TNT Lighting Detectives 2015- Mexico city edition.

Exploring Madero St. Looking for heroes and villains.

What is a lighting detective? Who are the lighting detectives? Is this workshop worthy? Shall I go?
All this questions popped into my head when a girl I met in Queretaluz (a workshop I took some years ago) wrote about it in the Facebook group. I immediately looked for it online and asked on Facebook (my way of communicating with the lighting community, it seems). I was told to give it a try and that I wouldn't regret, so I did.

I received no information until a week before, and was changed the night before. All of this made me doubtful about going or not. Plus it was in downtown and I didn't feel comfortable being in there, on my own, specifically at midnight, when I had to take a cab for coming back home. But... It had been expensive, and I had already paid, so I went.

The new email said we had to be there on Thursday at 3:00 pm. I arrived at 3pm and had to wait for two hours, because the leaders wouldn't be coming until 5 and nobody had anything organised for us until then. So far, things were not starting well and I would have left, but I knew teachers from KTH (where I studied my master in lighting) were coming, so I decided to wait to say hi. I think I was more excited about seeing them than about the workshop.

The leaders finally arrived and I was the happiest person on earth when I saw Agneta and Jan Ejhed. Soon we past to the museum's auditorium (it was on the Museum of Light, in Mexico city), and were given a brief introduction on the workshop. Really brief introduction... So, as hungry as we were (the lunch time in Mexico is from 2 to 4, and as we were kept in the museum, waiting since 3, most of us hadn't eaten), we got into our groups and began the city walk through our already assigned sites (we had no chance to choose nor a site, nor a leader). I was really happy when I knew Jan would be my leader. Gustavo Aviles was the other leader of the group, as well as the lively Mari Kubota.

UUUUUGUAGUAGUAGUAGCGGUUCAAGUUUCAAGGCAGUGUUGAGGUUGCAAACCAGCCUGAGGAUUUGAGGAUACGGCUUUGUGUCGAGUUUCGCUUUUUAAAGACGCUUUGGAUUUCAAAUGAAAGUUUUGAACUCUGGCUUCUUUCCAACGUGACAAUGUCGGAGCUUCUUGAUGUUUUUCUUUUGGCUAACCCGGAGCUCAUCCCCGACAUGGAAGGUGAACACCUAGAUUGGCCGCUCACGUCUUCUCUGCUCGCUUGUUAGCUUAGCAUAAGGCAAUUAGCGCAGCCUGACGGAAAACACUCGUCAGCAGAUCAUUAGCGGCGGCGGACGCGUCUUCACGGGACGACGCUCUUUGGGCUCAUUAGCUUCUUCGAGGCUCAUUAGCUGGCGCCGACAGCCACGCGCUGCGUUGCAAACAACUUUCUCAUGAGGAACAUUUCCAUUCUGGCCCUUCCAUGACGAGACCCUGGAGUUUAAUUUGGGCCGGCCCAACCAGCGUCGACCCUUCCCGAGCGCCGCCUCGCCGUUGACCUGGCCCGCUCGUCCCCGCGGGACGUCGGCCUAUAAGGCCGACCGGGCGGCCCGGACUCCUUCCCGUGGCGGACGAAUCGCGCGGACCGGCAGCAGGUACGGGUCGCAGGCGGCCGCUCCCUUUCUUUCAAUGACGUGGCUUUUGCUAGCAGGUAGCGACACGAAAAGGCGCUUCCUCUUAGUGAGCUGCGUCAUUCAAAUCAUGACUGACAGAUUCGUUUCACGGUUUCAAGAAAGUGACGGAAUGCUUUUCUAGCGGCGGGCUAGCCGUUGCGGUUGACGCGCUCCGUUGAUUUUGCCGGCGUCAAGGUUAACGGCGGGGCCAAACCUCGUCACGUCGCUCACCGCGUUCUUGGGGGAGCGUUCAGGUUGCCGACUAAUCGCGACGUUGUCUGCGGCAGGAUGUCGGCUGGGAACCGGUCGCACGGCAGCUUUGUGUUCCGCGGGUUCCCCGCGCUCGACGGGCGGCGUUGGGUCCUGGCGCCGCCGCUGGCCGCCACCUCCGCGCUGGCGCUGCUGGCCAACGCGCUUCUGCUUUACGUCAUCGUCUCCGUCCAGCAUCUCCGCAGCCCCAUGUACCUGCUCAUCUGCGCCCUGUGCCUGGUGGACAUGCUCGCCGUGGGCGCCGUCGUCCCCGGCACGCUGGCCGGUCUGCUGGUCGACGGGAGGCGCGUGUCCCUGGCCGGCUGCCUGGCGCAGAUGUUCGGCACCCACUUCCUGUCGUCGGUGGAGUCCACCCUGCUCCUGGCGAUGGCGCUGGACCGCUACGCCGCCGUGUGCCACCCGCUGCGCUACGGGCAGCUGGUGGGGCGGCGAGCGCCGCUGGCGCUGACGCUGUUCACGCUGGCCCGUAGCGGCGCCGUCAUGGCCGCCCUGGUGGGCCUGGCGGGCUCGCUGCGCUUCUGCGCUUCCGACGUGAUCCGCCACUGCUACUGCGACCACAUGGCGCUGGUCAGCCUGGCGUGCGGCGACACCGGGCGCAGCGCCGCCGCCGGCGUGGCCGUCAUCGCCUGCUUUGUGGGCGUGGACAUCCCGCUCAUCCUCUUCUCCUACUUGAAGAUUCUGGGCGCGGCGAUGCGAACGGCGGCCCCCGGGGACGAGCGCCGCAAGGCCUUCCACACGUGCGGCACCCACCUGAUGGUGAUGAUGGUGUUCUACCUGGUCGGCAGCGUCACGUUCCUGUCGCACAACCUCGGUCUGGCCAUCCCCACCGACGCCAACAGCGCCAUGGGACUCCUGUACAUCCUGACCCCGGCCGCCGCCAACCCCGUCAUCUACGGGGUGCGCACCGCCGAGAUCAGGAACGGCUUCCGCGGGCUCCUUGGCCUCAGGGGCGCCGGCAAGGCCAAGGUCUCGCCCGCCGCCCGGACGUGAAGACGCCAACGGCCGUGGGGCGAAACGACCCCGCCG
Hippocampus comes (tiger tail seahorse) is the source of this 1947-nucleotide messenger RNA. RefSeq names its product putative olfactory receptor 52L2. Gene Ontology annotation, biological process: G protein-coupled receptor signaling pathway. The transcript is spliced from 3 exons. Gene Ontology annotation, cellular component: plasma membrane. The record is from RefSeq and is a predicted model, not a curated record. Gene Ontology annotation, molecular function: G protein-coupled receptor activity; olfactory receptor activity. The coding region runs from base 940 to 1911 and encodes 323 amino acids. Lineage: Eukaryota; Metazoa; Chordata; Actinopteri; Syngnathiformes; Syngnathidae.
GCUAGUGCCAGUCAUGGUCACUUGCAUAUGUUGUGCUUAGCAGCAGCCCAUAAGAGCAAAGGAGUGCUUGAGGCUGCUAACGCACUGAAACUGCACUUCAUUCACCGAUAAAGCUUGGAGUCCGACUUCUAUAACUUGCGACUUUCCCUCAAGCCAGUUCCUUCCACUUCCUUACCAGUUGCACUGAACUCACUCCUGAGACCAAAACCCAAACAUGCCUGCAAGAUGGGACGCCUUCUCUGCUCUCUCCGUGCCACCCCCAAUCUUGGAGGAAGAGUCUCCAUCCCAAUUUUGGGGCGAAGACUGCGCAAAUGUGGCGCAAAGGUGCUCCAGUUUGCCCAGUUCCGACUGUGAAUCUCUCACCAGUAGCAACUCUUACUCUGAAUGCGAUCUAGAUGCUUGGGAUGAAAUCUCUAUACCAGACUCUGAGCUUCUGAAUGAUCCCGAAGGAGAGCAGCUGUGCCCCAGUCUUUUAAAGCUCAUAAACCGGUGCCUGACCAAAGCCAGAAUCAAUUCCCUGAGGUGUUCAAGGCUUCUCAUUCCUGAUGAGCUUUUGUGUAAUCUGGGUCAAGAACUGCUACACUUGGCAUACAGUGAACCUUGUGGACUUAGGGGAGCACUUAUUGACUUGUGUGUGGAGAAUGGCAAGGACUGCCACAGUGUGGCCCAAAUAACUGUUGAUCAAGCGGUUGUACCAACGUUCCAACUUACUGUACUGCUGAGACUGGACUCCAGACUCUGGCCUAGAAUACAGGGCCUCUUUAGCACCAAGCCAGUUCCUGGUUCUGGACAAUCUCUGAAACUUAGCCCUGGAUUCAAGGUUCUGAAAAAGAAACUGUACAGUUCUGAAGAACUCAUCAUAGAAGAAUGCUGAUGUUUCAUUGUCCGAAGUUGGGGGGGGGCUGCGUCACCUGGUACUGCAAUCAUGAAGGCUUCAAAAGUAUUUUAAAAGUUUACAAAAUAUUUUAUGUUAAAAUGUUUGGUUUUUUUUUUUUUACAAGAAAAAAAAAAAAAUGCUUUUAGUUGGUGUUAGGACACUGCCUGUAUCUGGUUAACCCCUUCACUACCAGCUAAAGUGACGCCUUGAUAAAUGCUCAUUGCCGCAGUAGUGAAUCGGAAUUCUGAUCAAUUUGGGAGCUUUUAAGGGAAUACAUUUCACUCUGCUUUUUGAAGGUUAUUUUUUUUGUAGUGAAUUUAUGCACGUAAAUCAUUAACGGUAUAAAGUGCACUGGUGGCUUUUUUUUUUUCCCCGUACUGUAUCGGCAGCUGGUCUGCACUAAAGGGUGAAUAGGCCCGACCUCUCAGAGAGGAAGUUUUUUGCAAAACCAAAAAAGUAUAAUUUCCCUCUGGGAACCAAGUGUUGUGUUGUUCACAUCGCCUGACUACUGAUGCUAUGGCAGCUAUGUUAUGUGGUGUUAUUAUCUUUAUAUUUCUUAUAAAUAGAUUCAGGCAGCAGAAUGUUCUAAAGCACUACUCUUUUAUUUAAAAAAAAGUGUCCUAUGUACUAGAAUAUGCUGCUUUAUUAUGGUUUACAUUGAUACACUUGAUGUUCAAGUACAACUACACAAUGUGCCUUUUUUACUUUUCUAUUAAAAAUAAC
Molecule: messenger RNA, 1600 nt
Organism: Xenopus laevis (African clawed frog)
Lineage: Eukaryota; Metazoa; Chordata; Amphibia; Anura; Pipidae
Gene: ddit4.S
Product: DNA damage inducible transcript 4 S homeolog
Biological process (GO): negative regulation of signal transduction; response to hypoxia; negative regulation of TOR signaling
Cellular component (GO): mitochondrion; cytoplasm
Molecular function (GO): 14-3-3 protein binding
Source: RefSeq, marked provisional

In this meeting, we were told what was a lighting detective and the fundamental rules for a lighting detective, which would be in our membership card.

This is the membership card. I'm an official Lighting detective! In the back, we can see the rules for being a Lighting detective:
1. Get angry with surrounding light pollution.
2. Deep and accurate observation o light on site.
3. Do be impressed wit artistic lighting.
4. Calmly detect inspiring lighting designs.
5. Continuosly accumulate experience in lighting.

We began walking and taking pictures. Madero is not a long street, and I've walked it several times before, but this was the first time it took me so long to wall it and I got go see many details I normally ignore. Even as a pedestrian, you don't observe much of your surroundings if you are not paying attention. Now, we were looking for something other than a store or the fastest way to get to a certain street: we were looking for heores and villains.

Picture taken from Zocalo square. It is noticeable the high contrast of the square with its surroundings, the bad lighting design of the facades, and how they have nothing in common among them. They lack unity, and are not a readable ending for MAdero street.

We walked from the Museum of Light to Eje Central through Madero and then back to Zocalo (the main square). Our group had some guests, like people from the media and a couple of security guys. Talking about security, one thing that caught my attention was Jan's comment. He's a Swede, who's traveled all around the world and lives in one of the most calmed and beautiful countries. I don't know what the world thinks about Mexico, and insecurity, but Jan said, in the middle of the third biggest square in the world which was pitch black, he didn't feel it was a dangerous place. Neither do I, actually (most if the time), but it's not he first time a foreigner asks me about safety in Mexico. I was happy Jan pointed this out.